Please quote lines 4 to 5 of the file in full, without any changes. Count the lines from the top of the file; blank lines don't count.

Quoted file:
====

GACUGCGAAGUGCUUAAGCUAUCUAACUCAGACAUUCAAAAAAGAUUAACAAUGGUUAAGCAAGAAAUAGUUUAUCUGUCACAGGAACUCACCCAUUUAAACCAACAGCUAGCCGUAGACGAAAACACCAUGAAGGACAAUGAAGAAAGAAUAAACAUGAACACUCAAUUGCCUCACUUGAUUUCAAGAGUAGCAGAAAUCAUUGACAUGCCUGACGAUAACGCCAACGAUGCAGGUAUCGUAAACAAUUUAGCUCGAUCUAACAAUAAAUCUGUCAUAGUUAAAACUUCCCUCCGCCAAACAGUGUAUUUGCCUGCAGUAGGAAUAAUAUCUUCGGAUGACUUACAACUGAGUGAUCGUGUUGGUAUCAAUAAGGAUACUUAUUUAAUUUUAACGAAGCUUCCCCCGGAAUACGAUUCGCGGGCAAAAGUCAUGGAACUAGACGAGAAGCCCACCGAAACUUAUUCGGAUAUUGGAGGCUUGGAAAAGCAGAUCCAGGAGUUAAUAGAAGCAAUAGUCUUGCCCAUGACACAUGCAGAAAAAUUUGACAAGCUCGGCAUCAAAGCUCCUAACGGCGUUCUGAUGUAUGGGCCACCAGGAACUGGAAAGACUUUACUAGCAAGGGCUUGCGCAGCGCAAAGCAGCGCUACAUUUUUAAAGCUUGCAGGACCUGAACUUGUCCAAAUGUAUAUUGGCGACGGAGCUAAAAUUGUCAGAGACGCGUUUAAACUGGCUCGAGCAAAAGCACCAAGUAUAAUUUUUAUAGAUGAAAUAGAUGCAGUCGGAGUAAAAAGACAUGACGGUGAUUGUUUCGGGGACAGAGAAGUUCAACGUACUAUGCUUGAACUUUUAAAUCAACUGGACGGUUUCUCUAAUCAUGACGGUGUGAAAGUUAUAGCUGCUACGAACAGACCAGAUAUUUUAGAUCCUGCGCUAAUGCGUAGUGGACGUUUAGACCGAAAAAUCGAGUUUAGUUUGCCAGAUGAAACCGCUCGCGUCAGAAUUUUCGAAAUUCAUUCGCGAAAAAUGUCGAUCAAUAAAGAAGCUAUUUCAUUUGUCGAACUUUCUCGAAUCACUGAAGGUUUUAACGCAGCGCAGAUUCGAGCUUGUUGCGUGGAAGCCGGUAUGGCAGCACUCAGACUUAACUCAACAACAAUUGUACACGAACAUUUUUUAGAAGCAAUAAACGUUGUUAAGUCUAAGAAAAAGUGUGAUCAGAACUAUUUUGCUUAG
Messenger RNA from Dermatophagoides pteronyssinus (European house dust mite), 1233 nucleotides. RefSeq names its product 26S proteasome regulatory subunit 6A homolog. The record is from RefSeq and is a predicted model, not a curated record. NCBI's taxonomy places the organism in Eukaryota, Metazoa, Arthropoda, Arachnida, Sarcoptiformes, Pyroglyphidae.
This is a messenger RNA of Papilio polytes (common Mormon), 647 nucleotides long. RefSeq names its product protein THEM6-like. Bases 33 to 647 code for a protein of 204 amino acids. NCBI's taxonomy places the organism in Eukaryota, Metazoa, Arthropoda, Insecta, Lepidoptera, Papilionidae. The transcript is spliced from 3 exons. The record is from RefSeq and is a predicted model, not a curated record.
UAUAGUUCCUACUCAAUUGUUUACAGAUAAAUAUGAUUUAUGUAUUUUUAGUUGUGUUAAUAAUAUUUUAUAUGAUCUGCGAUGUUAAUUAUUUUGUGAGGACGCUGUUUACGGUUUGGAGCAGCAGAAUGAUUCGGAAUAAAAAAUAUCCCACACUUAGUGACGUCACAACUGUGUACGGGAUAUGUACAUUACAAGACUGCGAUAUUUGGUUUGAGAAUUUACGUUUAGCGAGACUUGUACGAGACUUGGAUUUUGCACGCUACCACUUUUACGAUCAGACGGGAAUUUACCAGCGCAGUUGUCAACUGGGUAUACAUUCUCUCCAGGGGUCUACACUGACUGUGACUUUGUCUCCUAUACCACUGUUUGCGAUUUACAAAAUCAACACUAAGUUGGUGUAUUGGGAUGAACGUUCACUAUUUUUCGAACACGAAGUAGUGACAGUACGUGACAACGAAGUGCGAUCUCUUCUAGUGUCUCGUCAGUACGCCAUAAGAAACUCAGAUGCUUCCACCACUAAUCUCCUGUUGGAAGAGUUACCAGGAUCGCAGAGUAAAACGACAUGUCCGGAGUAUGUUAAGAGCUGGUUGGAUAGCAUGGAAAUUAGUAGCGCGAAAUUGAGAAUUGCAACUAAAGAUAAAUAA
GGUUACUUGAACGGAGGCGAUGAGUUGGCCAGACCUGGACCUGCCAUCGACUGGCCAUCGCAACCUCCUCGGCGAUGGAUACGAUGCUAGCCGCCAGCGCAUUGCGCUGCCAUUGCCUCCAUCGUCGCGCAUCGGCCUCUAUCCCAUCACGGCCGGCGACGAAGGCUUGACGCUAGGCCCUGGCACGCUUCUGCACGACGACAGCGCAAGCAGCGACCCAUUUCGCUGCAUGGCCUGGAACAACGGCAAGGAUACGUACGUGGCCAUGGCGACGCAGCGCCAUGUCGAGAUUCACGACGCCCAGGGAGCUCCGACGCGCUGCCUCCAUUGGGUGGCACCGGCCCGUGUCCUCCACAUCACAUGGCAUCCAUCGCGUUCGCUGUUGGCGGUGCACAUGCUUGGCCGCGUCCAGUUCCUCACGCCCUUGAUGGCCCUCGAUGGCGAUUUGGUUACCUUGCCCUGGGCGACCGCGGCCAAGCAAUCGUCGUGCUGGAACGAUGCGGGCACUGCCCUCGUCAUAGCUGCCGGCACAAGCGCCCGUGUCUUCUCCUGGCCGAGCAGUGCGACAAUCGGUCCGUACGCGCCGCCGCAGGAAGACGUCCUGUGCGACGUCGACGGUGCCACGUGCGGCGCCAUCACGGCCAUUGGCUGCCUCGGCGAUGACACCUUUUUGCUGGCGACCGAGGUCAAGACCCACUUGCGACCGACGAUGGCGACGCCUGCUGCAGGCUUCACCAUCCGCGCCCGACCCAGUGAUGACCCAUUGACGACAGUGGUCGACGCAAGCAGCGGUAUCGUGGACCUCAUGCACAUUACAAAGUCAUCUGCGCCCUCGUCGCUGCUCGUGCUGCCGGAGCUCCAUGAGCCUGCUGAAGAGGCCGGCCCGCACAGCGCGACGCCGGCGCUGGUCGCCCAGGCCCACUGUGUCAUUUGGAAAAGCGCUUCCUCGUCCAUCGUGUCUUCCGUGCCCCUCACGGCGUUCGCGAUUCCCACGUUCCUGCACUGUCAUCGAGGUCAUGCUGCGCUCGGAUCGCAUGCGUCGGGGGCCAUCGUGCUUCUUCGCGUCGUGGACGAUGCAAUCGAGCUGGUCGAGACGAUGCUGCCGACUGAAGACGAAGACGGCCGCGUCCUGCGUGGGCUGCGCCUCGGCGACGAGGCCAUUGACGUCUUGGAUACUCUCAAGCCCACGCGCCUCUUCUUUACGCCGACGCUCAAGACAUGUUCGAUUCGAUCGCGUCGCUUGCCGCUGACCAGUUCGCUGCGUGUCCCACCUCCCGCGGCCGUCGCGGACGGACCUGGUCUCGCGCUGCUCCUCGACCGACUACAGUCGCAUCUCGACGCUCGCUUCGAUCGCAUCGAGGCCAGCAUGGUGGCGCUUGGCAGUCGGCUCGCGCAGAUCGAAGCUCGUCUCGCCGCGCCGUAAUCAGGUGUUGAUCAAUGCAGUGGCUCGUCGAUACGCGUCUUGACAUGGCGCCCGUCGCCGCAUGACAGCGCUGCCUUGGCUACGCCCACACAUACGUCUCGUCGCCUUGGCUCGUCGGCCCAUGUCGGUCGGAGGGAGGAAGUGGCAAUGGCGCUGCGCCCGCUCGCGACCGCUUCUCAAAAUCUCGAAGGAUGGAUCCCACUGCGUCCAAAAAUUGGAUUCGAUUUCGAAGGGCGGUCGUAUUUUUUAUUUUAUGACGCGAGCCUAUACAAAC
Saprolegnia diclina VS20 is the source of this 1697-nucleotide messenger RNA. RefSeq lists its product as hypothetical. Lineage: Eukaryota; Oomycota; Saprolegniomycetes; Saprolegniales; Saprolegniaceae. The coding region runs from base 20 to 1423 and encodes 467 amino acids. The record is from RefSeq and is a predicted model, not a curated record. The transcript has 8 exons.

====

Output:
UAUAGUUCCUACUCAAUUGUUUACAGAUAAAUAUGAUUUAUGUAUUUUUAGUUGUGUUAAUAAUAUUUUAUAUGAUCUGCGAUGUUAAUUAUUUUGUGAGGACGCUGUUUACGGUUUGGAGCAGCAGAAUGAUUCGGAAUAAAAAAUAUCCCACACUUAGUGACGUCACAACUGUGUACGGGAUAUGUACAUUACAAGACUGCGAUAUUUGGUUUGAGAAUUUACGUUUAGCGAGACUUGUACGAGACUUGGAUUUUGCACGCUACCACUUUUACGAUCAGACGGGAAUUUACCAGCGCAGUUGUCAACUGGGUAUACAUUCUCUCCAGGGGUCUACACUGACUGUGACUUUGUCUCCUAUACCACUGUUUGCGAUUUACAAAAUCAACACUAAGUUGGUGUAUUGGGAUGAACGUUCACUAUUUUUCGAACACGAAGUAGUGACAGUACGUGACAACGAAGUGCGAUCUCUUCUAGUGUCUCGUCAGUACGCCAUAAGAAACUCAGAUGCUUCCACCACUAAUCUCCUGUUGGAAGAGUUACCAGGAUCGCAGAGUAAAACGACAUGUCCGGAGUAUGUUAAGAGCUGGUUGGAUAGCAUGGAAAUUAGUAGCGCGAAAUUGAGAAUUGCAACUAAAGAUAAAUAA
GGUUACUUGAACGGAGGCGAUGAGUUGGCCAGACCUGGACCUGCCAUCGACUGGCCAUCGCAACCUCCUCGGCGAUGGAUACGAUGCUAGCCGCCAGCGCAUUGCGCUGCCAUUGCCUCCAUCGUCGCGCAUCGGCCUCUAUCCCAUCACGGCCGGCGACGAAGGCUUGACGCUAGGCCCUGGCACGCUUCUGCACGACGACAGCGCAAGCAGCGACCCAUUUCGCUGCAUGGCCUGGAACAACGGCAAGGAUACGUACGUGGCCAUGGCGACGCAGCGCCAUGUCGAGAUUCACGACGCCCAGGGAGCUCCGACGCGCUGCCUCCAUUGGGUGGCACCGGCCCGUGUCCUCCACAUCACAUGGCAUCCAUCGCGUUCGCUGUUGGCGGUGCACAUGCUUGGCCGCGUCCAGUUCCUCACGCCCUUGAUGGCCCUCGAUGGCGAUUUGGUUACCUUGCCCUGGGCGACCGCGGCCAAGCAAUCGUCGUGCUGGAACGAUGCGGGCACUGCCCUCGUCAUAGCUGCCGGCACAAGCGCCCGUGUCUUCUCCUGGCCGAGCAGUGCGACAAUCGGUCCGUACGCGCCGCCGCAGGAAGACGUCCUGUGCGACGUCGACGGUGCCACGUGCGGCGCCAUCACGGCCAUUGGCUGCCUCGGCGAUGACACCUUUUUGCUGGCGACCGAGGUCAAGACCCACUUGCGACCGACGAUGGCGACGCCUGCUGCAGGCUUCACCAUCCGCGCCCGACCCAGUGAUGACCCAUUGACGACAGUGGUCGACGCAAGCAGCGGUAUCGUGGACCUCAUGCACAUUACAAAGUCAUCUGCGCCCUCGUCGCUGCUCGUGCUGCCGGAGCUCCAUGAGCCUGCUGAAGAGGCCGGCCCGCACAGCGCGACGCCGGCGCUGGUCGCCCAGGCCCACUGUGUCAUUUGGAAAAGCGCUUCCUCGUCCAUCGUGUCUUCCGUGCCCCUCACGGCGUUCGCGAUUCCCACGUUCCUGCACUGUCAUCGAGGUCAUGCUGCGCUCGGAUCGCAUGCGUCGGGGGCCAUCGUGCUUCUUCGCGUCGUGGACGAUGCAAUCGAGCUGGUCGAGACGAUGCUGCCGACUGAAGACGAAGACGGCCGCGUCCUGCGUGGGCUGCGCCUCGGCGACGAGGCCAUUGACGUCUUGGAUACUCUCAAGCCCACGCGCCUCUUCUUUACGCCGACGCUCAAGACAUGUUCGAUUCGAUCGCGUCGCUUGCCGCUGACCAGUUCGCUGCGUGUCCCACCUCCCGCGGCCGUCGCGGACGGACCUGGUCUCGCGCUGCUCCUCGACCGACUACAGUCGCAUCUCGACGCUCGCUUCGAUCGCAUCGAGGCCAGCAUGGUGGCGCUUGGCAGUCGGCUCGCGCAGAUCGAAGCUCGUCUCGCCGCGCCGUAAUCAGGUGUUGAUCAAUGCAGUGGCUCGUCGAUACGCGUCUUGACAUGGCGCCCGUCGCCGCAUGACAGCGCUGCCUUGGCUACGCCCACACAUACGUCUCGUCGCCUUGGCUCGUCGGCCCAUGUCGGUCGGAGGGAGGAAGUGGCAAUGGCGCUGCGCCCGCUCGCGACCGCUUCUCAAAAUCUCGAAGGAUGGAUCCCACUGCGUCCAAAAAUUGGAUUCGAUUUCGAAGGGCGGUCGUAUUUUUUAUUUUAUGACGCGAGCCUAUACAAAC